WE’RE EXPLORING CLIMATE CHANGE THROUGH SOME MAJOR PROJECTS IN 2020
December 31, 2019
Inhabiting a Northern region that is warming twice as fast as the rest of the world, the Anchorage Museum is working across sectors and with creative practitioners and community members to investigate and prototype potential responses to climate change. The museum’s climate-related projects in 2020 emphasize solutions, Indigenous knowledge and a deep understanding of Northern landscape and people. These projects are part of a larger, sustained museum effort to examine climate through education, research, public engagement and three actions: Prototype, Response and Connect. Read on for 10 ways we’re responding to climate change in 2020.
1. We’re repurposing an empty downtown building as a space for “futuring”
The Anchorage Museum renovated an adjacent two-story building, and we continue to transform it into an innovation hub and convening space for responding creatively and critically to climate change. SEED Lab is one of the winners of the Bloomberg Public Art Challenge, in partnership with the Municipality of Anchorage.
2. We’re continuing to recognize Alaska’s Indigenous peoples as traditional stewards and knowledge-holders of the land
The centuries-old traditional knowledge of the Arctic and responses to climate variation plays an important role in climate change discourse and recovering climate-adaptive ways. Acknowledging the region’s first people is key to beginning new collaborative, sustainable approaches for the future. The Anchorage Museum hosts conversations and training around land acknowledgement, led by Indigenous curators. The museum also works with municipal planners, local businesses and civic leaders to support presenting Indigenous language and histories in public areas around the city of Anchorage.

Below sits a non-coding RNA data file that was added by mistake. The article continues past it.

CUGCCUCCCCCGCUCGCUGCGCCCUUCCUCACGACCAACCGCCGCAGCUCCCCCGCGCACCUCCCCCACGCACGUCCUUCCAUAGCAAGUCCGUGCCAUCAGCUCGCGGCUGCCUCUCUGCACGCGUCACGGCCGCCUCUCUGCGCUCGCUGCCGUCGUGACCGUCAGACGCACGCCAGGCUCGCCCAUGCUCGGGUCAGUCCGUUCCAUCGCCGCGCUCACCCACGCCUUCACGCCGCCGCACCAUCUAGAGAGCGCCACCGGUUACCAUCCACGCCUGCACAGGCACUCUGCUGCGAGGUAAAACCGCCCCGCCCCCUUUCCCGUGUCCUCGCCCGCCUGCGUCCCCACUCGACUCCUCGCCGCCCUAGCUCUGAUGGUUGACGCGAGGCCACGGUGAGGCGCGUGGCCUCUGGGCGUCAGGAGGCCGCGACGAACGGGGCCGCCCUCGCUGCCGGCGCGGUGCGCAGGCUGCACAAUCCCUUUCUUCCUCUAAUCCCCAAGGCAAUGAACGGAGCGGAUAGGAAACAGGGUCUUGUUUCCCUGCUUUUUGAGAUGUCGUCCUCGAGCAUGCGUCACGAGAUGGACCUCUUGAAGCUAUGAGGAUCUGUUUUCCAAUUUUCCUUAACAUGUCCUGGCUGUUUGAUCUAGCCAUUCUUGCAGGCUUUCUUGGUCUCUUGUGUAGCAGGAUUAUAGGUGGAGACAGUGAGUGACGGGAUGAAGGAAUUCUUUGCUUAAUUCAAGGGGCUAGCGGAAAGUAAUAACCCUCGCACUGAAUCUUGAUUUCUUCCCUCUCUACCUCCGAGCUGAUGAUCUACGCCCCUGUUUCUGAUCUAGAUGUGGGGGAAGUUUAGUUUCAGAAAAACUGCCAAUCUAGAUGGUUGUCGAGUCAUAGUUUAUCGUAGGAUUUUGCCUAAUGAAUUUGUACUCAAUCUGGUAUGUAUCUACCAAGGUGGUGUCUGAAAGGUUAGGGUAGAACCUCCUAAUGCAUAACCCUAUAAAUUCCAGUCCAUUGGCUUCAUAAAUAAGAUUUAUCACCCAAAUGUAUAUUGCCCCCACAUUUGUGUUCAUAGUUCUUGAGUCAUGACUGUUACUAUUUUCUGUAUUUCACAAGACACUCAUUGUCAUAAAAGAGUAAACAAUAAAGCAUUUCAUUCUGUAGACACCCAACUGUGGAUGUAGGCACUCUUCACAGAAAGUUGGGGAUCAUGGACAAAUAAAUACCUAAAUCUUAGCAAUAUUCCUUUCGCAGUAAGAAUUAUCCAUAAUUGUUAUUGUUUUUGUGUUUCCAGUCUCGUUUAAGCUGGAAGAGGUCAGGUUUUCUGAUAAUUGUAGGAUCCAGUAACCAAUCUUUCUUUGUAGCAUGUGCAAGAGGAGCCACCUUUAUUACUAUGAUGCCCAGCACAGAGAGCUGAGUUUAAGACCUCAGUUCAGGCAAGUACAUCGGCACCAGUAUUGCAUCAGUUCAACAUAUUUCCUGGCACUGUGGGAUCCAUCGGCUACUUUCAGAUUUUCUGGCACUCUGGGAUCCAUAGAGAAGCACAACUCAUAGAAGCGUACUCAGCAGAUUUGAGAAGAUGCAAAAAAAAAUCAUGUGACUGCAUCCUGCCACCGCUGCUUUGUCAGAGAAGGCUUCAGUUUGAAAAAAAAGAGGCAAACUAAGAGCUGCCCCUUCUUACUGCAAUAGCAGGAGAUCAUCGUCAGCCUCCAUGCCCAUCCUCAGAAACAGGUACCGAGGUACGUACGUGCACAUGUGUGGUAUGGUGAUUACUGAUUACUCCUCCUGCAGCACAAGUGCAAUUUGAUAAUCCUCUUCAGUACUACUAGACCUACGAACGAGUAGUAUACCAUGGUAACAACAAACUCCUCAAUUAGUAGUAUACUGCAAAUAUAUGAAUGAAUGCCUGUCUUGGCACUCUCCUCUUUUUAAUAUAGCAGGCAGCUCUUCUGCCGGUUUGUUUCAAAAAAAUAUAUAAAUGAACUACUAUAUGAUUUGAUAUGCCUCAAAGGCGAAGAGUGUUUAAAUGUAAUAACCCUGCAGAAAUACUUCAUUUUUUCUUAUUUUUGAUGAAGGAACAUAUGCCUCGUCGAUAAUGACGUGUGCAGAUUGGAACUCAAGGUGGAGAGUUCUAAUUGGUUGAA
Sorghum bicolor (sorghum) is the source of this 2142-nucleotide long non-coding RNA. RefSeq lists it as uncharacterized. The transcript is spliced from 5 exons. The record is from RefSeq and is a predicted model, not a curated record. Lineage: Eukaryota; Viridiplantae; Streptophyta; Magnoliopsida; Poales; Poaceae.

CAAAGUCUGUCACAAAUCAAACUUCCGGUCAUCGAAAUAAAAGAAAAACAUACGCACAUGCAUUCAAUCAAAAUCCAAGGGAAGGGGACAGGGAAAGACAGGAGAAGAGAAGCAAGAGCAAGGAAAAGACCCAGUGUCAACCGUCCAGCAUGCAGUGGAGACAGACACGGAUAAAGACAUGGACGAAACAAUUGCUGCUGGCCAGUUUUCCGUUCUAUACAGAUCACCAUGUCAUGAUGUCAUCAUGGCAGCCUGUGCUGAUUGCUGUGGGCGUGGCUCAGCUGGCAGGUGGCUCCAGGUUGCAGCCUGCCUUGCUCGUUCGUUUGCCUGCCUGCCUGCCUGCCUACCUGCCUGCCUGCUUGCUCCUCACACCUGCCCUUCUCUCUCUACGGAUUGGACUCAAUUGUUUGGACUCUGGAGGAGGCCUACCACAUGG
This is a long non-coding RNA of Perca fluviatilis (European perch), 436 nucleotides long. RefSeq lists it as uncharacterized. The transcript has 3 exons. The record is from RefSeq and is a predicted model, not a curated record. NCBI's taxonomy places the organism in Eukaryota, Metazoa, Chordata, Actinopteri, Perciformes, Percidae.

3. We’ll host an Arctic festival, international conference and youth summits
The museum will bring community and creatives together to talk about the future and the role of the creative sectors within a broader ecosystem. The 2020 Critical Futures Creative Conference (April 13-17, 2020) brings people from around the world to share experiences related to developing language and visuals for responding to climate change and for finding solutions for the future. The annual North x North Festival celebrates connection, creativity, imagination and innovation across the Circumpolar North and convenes people worldwide for a discussion about possible futures. It includes film, food, music and youth gatherings. Site-specific installations as part of the event include an individual-scale opportunity to harness wind; Haustoria, a light and sound installation by Annie Mitchell; and explorations of sound ecology.
4. We’ll use large-scale art installations to increase awareness of climate change
A number of the museum’s 2020 art interventions will prototype shelters, emergency survival kits, and tools for the future, inviting international responses. The museum will also partner with Seattle-based artist John Grade, who creates large-scale outdoor sculptures in urban spaces and nature. Grade is beginning a series investigating forest fires.
5. We’re prototyping a new clock to measure the rate of climate change